68 conducted again due to unequal distributions of males and females in the sample. The non parametric analysis supported the previous result: gender had a significant effect o n the frequency of recreational biking, with men biking more often for recreation than women (chi square(df = 1, N = 68) = 6.3129, p = .0120). Some other correlations, though not significant, approached significance. Fr equency of biking for purposeful trips approached significant correlation with frequency of recreational cycling; individuals who biked more often for recreation were also more likely to bike more often for purposeful trips. S afety concern score approached significan ce when correlated with frequency of biking to work ; individuals who bike more frequently to work exhibited lower safety concern Bicycle frequency variables were also tested for significance with perceptions of both safety and convenience of bicycle con ditions in Sarasota, yielding no significance. Frequency of bicycle use for all trip types was also tested for correlation with the total safety concern score, indicating no significance. This indicates that bicycle frequency, or level of bicycle experienc e, had no significant effect on safety perceptions of cycling in general or of the perceptions of cycling safety and convenience in Sarasota specifically The survey population indicated that, on average, they felt the bicycle safety education they had M = 3.11, SD = .8879). This did not correlate with gender or total safety concern score. Over three quarters (77%) of the respondents indicated having experienced a bicycle accident. Neither gender nor safety concern score correlated w ith the accident history of the respondents. Similarly, no relationship was found between perception of safety (via total safety concern score) and route preference, or between route preference and gender.
69 3.2.3 Discussion The purpose of this research was to contribute to the understanding of the gender disparity in bicycling activity, as men are more than twice as likely as women to use a bicycle for transportation in the US. Though various factors are likely involved, this research focuses sp ecifically on gendered differences in safety perception as an explanation for the gender gap in cycling. The hypothesis suggest s that women bike less than men, and that women view cycling as less safe. The hypothesis also suggests women, assumed to view cycling as less safe, would have higher demands for the safety of bicycle infrastructure indicated by stronger preference for the safest route when provided with a list of route options. The results of the survey showed that gender had no signific ant effect on perceptions of bike safety in the sample in terms of overall bike safety and in terms of the perception of safety specific to biking in Sarasota. Gender also had no significant effect on demands for safe bike infrastructur e, as women did not prefer the safer route choice (bike lane physically separated from the street) significantly more than men. The results, therefore, do not support the hypotheses. A main limitation of the study is apparent in the connection between the hypothesis and t he sample population. The sample population consisted mainly of older males who regularly bicycle, mostly for recreation. The sample, then, consists of r elatively experienced bicyclists Previous research has shown that more experienced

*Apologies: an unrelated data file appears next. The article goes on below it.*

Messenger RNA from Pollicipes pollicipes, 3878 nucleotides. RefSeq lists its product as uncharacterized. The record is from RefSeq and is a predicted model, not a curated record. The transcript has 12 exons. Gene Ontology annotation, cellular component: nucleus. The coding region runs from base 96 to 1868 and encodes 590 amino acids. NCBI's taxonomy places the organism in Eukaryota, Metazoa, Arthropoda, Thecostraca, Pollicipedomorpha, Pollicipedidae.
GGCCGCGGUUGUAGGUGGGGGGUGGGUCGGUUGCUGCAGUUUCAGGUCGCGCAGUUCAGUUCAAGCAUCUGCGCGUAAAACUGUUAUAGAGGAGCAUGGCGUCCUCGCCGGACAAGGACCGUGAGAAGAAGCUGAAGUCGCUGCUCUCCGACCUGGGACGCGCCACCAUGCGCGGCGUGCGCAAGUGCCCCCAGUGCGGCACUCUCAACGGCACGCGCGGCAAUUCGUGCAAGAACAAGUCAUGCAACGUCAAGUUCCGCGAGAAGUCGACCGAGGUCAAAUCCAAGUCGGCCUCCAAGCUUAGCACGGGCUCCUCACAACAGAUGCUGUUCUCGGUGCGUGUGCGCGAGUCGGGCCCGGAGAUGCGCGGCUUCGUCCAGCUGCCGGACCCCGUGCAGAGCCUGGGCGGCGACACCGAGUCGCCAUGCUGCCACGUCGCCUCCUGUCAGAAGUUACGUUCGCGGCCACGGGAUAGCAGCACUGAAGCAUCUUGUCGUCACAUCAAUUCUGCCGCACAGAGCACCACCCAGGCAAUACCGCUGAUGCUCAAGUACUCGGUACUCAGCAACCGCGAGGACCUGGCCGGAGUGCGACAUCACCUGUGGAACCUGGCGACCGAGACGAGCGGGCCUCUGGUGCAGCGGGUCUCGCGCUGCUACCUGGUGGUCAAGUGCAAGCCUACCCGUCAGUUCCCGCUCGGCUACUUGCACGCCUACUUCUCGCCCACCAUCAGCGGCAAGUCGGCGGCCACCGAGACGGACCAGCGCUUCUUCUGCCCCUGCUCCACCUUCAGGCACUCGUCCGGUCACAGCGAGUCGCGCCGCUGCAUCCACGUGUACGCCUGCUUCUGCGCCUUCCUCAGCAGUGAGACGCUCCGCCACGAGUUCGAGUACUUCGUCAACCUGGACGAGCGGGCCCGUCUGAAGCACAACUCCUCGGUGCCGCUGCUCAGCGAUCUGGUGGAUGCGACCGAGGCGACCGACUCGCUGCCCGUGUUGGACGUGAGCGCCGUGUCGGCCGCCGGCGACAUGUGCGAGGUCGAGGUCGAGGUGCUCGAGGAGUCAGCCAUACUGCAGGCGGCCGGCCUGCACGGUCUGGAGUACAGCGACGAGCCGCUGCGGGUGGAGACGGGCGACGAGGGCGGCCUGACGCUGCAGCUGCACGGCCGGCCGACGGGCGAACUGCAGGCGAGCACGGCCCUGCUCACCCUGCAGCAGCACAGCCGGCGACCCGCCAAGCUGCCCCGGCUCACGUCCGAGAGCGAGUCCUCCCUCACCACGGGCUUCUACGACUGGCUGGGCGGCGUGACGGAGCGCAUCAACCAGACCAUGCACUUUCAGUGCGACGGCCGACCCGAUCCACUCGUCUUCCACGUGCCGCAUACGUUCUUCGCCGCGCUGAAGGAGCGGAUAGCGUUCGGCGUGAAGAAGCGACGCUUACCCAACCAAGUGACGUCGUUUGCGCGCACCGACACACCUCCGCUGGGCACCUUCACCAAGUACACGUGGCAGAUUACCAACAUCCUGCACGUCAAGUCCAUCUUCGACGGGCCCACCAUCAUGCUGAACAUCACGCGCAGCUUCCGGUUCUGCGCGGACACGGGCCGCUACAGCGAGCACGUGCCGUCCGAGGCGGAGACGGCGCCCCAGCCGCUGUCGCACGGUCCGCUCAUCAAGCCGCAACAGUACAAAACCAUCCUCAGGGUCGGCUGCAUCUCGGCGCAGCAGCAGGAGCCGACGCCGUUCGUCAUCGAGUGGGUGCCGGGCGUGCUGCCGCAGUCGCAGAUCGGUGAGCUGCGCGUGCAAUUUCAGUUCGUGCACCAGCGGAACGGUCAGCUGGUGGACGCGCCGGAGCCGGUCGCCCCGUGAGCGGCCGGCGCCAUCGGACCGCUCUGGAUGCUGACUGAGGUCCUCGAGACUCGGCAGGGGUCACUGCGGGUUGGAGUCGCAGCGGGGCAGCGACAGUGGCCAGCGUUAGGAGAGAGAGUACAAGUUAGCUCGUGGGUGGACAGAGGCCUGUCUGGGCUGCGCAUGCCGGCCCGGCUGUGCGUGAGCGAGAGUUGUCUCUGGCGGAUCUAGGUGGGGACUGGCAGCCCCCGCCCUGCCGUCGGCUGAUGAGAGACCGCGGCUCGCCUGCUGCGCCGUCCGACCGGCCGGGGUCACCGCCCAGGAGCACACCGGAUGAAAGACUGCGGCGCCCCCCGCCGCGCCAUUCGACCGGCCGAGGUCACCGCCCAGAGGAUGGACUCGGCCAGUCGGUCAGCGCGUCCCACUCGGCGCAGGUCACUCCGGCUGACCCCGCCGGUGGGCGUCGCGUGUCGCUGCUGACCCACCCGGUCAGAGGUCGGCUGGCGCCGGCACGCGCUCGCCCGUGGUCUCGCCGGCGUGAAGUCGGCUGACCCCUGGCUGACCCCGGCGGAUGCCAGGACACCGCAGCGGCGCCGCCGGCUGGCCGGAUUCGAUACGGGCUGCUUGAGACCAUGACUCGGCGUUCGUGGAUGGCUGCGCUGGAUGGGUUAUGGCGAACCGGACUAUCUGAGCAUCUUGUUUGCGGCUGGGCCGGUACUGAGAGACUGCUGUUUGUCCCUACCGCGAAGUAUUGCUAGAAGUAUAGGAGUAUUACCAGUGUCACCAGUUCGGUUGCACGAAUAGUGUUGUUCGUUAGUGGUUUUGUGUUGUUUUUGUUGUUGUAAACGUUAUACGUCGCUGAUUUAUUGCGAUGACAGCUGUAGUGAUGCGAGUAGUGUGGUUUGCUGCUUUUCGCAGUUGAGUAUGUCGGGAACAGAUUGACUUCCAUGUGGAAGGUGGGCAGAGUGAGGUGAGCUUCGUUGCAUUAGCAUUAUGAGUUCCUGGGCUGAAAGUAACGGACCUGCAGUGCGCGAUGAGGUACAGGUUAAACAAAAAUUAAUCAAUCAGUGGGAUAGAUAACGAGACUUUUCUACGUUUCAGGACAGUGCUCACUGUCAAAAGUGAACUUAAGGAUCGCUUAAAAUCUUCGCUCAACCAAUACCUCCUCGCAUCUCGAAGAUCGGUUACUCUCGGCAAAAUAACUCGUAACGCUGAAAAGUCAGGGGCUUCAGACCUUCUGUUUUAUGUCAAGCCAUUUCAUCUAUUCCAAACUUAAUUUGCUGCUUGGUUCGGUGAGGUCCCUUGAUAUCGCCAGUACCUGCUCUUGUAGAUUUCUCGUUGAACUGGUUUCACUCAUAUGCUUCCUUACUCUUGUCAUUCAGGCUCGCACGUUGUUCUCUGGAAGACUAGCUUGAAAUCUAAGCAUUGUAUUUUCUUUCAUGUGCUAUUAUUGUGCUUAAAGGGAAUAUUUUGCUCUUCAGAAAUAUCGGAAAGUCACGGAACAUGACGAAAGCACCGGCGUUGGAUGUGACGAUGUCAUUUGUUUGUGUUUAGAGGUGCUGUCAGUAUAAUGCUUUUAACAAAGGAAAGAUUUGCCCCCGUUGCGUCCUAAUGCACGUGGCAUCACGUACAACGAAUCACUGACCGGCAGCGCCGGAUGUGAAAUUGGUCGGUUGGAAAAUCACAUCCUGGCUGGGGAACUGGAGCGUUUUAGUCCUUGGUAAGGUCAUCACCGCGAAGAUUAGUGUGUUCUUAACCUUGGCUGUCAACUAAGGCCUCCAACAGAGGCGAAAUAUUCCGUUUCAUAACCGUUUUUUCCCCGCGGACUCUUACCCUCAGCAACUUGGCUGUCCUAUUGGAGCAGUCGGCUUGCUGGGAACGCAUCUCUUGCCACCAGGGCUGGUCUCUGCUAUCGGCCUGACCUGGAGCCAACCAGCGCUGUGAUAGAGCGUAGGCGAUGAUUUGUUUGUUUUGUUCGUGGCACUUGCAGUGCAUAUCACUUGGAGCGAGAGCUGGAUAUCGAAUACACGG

70 cyclists view cycli ng as safer than less experienced cyclists. It could be assumed, then, that a group of cyclists with a similar level of experience, that level being relatively high would not differ particularly strongly on their perceptions of safety. In order to account for the effect of bicycle experience level, irregular and non cyclists should have also been surveyed. Despite this being a limitation in hindsight the research initially intended to target regular cyclists The reason for this was the desire to unde rstand how individuals familiar with the actual experience of bicycling felt about that experience Surveying irregular or non cyclists would have, instead, depicted how cycling safety is perceived in the abstract, or how cycling safety is perceived by tho se who are not familiar with the actualities of bicycling experience Surveying less experienced cyclists would be aimed more at understanding safety perceptions and risk aversion as barriers to the promotion of cycling Studying these types of barriers ha s implications for where to target promotional programs, such as institutional programs that seek to encourage cycling activity in schools or in the workplace If gender has a significant effect on the safety perceptions of irregular and non cyclists, as p revious research suggests is the case, this would imply that these promotional programs should be targeted more strongly and more directly to women as increasing bicycle familiarity among women would increase experience levels, lower risk perceptions, and potentially lead to increased bicycle activity Studying the effect of gender on safety perceptions of the regular bicyclist, on the other hand, deals less with safety as an barrier to initiating cycling. Rather, studying the regular cyclist deals wit h perceptions of risks of actual conditions. The implic ations of gender having a significant effect on safety perceptions of regular cyclists would imply